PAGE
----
Wider cryptocurrency adoption key to innovating and simplifying payment processes in Africa

Wider cryptocurrency adoption key to innovating and simplifying payment processes in Africa

The Director for Africa at the cryptocurrency exchange, Binance, Emmanuel Babalola, has suggested while speaking with Business and Financial Times that a wider cryptocurrency adoption is key to transforming and simplifying the ways people make payments on the continent. With cryptocurrencies, cross-border transactions – remittances and settlements – can be made more widely accessible and at a significantly reduced cost.

“Remittances, cross-border transfers and settlements are some of the biggest use-cases for crypto, as it innovates the way Africans make payments. The world is more connected than ever as people and businesses now operate across country lines. Current traditional banking can be limited in terms of how long transactions take, how much it costs, and the difficulties of exchanging currencies. Crypto simplifies all these, making it easier for people to make payments in a fraction of the time,” he explained.

Mr. Babalola added that beyond contributing to Africa’s much-needed payments transformation, cryptocurrencies serve as a key tool with which Africans can achieve freedom of money. According to him, cryptocurrencies and their underlying block-chain technology can be utilised in almost every area of life; and as such, many will continue to up-trend in the long-term and could prove to be a safety net for Africans.

“Cryptocurrency is a safety net for Africans, as the ability to transact on an immutable, censorship-resistant and permissionless block-chain that cannot be affected by hyperinflation – seen so often in African economies – is a huge step toward achieving self-sovereignty over their finances,” he said.

Africa’s crypto market continues to develop at a fast pace, as more people now either earn in crypto or have come to gradually accept it as a means of payment for goods and services. A recently released report by digital analytics firm ‘Chainalysis’ showed that the rate of cryptocurrency adoption on the continent grew by a remarkable 1,200% between July 2020 and June 2021 to US$105.6bn – making it the fastest-growing in the world.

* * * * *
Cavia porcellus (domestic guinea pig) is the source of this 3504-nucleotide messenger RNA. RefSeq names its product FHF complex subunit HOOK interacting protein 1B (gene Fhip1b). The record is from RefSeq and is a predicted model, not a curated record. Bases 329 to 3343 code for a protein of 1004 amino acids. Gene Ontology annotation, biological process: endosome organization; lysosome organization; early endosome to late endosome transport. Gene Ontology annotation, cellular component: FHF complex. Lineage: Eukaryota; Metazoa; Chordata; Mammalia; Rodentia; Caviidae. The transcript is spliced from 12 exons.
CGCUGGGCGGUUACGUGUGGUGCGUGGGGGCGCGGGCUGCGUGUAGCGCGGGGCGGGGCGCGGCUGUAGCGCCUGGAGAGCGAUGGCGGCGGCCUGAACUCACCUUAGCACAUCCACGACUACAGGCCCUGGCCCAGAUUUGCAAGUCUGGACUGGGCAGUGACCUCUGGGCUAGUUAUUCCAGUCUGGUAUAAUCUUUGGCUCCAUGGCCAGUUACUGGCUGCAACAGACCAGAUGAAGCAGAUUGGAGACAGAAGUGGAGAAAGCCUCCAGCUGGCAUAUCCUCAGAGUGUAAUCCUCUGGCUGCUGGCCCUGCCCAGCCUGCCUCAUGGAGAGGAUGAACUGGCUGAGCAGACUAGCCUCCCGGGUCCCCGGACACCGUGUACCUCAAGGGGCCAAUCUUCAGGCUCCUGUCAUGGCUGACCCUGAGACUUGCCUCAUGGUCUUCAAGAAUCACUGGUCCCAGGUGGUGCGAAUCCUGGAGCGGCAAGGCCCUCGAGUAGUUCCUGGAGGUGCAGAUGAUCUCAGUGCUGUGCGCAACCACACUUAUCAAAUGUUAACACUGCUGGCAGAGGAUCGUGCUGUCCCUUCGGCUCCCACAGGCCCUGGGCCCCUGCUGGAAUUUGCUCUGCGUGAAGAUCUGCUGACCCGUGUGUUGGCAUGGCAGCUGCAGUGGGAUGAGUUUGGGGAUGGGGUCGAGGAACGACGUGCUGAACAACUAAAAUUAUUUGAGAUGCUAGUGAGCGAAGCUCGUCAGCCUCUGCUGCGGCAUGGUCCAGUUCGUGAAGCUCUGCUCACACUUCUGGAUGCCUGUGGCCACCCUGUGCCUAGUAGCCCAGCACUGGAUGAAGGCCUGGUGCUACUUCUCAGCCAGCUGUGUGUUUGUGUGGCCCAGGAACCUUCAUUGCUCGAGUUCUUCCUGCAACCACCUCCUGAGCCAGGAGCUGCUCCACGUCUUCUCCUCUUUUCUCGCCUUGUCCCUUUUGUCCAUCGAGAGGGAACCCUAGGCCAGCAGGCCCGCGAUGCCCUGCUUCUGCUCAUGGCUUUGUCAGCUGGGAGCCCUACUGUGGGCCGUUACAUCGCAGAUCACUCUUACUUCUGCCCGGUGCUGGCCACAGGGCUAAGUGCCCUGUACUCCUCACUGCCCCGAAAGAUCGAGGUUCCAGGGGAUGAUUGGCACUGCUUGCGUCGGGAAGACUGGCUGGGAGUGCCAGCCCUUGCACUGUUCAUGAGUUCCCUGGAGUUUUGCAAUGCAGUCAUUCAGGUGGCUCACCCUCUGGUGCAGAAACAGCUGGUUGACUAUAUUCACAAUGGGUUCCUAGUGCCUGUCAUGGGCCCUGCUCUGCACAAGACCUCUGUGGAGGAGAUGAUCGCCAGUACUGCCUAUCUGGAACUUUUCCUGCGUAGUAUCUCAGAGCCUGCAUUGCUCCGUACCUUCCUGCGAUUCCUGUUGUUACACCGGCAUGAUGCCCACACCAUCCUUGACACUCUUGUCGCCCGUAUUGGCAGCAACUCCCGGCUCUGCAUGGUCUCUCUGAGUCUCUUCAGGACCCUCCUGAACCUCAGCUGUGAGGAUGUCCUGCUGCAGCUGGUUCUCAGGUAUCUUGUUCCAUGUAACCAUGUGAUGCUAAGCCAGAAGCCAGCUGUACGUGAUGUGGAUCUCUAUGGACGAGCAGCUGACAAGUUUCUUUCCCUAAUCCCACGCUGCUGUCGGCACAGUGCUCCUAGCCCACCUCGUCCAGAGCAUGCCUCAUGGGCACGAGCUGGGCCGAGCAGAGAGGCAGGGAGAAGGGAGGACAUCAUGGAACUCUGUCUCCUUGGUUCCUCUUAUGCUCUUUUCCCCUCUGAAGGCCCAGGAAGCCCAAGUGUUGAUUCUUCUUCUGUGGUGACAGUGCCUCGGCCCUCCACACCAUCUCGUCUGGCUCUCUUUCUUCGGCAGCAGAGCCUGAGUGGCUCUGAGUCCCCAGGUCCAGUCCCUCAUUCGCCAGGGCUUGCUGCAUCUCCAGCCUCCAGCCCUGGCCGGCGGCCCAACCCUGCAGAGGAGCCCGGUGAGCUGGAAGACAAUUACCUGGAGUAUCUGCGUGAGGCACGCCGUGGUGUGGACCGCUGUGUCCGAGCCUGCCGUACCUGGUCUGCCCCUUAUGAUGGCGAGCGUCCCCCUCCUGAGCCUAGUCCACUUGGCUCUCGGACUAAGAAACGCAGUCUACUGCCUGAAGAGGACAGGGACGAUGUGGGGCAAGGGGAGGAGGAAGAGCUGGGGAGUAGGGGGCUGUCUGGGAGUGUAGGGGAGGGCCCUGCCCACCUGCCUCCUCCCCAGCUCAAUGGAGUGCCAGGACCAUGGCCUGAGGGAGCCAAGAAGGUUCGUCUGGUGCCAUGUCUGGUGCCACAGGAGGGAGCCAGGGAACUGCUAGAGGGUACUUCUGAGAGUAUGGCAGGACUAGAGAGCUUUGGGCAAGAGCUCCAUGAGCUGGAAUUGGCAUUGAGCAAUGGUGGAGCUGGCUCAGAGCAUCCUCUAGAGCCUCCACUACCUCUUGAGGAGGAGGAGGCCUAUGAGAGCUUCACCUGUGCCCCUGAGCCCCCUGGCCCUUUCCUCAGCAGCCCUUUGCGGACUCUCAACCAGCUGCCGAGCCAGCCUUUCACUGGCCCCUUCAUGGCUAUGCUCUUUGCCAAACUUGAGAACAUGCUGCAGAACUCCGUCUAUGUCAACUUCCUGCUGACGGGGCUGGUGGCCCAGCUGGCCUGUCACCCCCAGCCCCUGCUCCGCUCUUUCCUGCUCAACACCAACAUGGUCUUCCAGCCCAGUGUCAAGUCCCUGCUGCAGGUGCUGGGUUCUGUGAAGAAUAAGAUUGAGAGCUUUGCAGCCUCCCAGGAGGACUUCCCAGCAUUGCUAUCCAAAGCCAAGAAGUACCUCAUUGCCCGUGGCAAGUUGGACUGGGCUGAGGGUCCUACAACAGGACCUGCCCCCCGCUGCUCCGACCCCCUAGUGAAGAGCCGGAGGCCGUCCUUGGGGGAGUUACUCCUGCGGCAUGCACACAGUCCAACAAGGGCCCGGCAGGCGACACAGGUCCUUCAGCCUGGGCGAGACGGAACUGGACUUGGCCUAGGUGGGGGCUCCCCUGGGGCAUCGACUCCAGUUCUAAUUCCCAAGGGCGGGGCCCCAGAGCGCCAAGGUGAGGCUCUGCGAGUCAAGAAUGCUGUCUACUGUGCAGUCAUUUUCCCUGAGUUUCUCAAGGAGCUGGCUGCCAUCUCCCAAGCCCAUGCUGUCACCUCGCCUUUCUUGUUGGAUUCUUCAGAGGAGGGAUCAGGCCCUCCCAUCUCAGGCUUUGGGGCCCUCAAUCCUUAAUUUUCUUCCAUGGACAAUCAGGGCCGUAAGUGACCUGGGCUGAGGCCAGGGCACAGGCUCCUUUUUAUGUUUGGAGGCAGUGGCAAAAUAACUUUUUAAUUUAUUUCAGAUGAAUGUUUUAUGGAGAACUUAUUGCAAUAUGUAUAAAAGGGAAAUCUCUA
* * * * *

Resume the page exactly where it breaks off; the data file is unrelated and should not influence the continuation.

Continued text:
Speaking about Binance’s role in initiating these transformations and adoptions within the crypto ecosystem in Africa, Emmanuel said that in addition to being a crypto exchange, the company works to build core facets of the blockchain ecosystem and contribute to wider industry infrastructure development.

So far, Binance has successfully introduced wide-ranging products such as the Binance NFT marketplace, Binance Launchpad, among others; with a focus on prioritising affordability, speed and accessibility to deepen the mass-adoption of crypto into the market.


The response to cryptocurrency and its regulation varies widely across regions. In places like China, there has been an aggressive crackdown on cryptocurrencies and exchanges. The tenor is different elsewhere, as watchdogs in the United States have accelerated moves toward the preliminary regulation.

Broaching the subject of cryptocurrency regulation, the Africa Director at Binance proposed deeper engagements with regulators – saying that the experience and know-how platforms such as his have acquired as a result of being self-regulatory will prove invaluable; particularly in a market like Ghana, which he described as “promising”.

“Crypto and even the regulation of crypto are such new concepts – just over a decade of existence. As such, many crypto stakeholders, including Binance, were self-regulating through KYC/AML policies when there was little clarity from regulators.

“Now, as regulators have shown an interest in the space, I believe regulatory collaboration with key stakeholders in the block-chain ecosystem is essential. We at Binance are actively keeping abreast of ever-changing policies in the crypto industry, and continue to take a collaborative approach in working with regulators. Together, we can find the optimal way to set a fair playing field, since consumer protection is important to all of us.”

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